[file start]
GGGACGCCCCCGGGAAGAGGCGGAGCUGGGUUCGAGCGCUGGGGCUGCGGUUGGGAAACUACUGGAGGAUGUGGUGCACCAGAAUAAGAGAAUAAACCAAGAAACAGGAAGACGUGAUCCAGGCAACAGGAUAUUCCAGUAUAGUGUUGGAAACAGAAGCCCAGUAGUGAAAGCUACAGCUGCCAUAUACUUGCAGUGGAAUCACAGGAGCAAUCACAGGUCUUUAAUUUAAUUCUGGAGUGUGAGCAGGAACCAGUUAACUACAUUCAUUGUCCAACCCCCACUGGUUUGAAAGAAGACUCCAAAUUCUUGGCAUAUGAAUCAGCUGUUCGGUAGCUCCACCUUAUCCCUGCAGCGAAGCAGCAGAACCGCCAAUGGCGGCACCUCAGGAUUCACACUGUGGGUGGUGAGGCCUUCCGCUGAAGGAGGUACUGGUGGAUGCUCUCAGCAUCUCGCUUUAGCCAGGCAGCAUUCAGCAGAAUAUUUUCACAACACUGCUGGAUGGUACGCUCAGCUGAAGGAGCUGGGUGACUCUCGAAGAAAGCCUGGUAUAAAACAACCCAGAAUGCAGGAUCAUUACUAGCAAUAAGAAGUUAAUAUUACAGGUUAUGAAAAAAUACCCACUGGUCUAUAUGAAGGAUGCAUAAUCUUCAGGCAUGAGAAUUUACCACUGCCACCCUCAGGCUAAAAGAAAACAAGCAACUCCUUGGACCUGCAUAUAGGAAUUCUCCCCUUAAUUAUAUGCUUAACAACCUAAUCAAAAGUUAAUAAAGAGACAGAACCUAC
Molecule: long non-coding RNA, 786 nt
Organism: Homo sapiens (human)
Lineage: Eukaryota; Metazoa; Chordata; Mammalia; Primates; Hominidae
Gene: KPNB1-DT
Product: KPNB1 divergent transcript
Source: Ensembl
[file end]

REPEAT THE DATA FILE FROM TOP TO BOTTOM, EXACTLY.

GGGACGCCCCCGGGAAGAGGCGGAGCUGGGUUCGAGCGCUGGGGCUGCGGUUGGGAAACUACUGGAGGAUGUGGUGCACCAGAAUAAGAGAAUAAACCAAGAAACAGGAAGACGUGAUCCAGGCAACAGGAUAUUCCAGUAUAGUGUUGGAAACAGAAGCCCAGUAGUGAAAGCUACAGCUGCCAUAUACUUGCAGUGGAAUCACAGGAGCAAUCACAGGUCUUUAAUUUAAUUCUGGAGUGUGAGCAGGAACCAGUUAACUACAUUCAUUGUCCAACCCCCACUGGUUUGAAAGAAGACUCCAAAUUCUUGGCAUAUGAAUCAGCUGUUCGGUAGCUCCACCUUAUCCCUGCAGCGAAGCAGCAGAACCGCCAAUGGCGGCACCUCAGGAUUCACACUGUGGGUGGUGAGGCCUUCCGCUGAAGGAGGUACUGGUGGAUGCUCUCAGCAUCUCGCUUUAGCCAGGCAGCAUUCAGCAGAAUAUUUUCACAACACUGCUGGAUGGUACGCUCAGCUGAAGGAGCUGGGUGACUCUCGAAGAAAGCCUGGUAUAAAACAACCCAGAAUGCAGGAUCAUUACUAGCAAUAAGAAGUUAAUAUUACAGGUUAUGAAAAAAUACCCACUGGUCUAUAUGAAGGAUGCAUAAUCUUCAGGCAUGAGAAUUUACCACUGCCACCCUCAGGCUAAAAGAAAACAAGCAACUCCUUGGACCUGCAUAUAGGAAUUCUCCCCUUAAUUAUAUGCUUAACAACCUAAUCAAAAGUUAAUAAAGAGACAGAACCUAC
Molecule: long non-coding RNA, 786 nt
Organism: Homo sapiens (human)
Lineage: Eukaryota; Metazoa; Chordata; Mammalia; Primates; Hominidae
Gene: KPNB1-DT
Product: KPNB1 divergent transcript
Source: Ensembl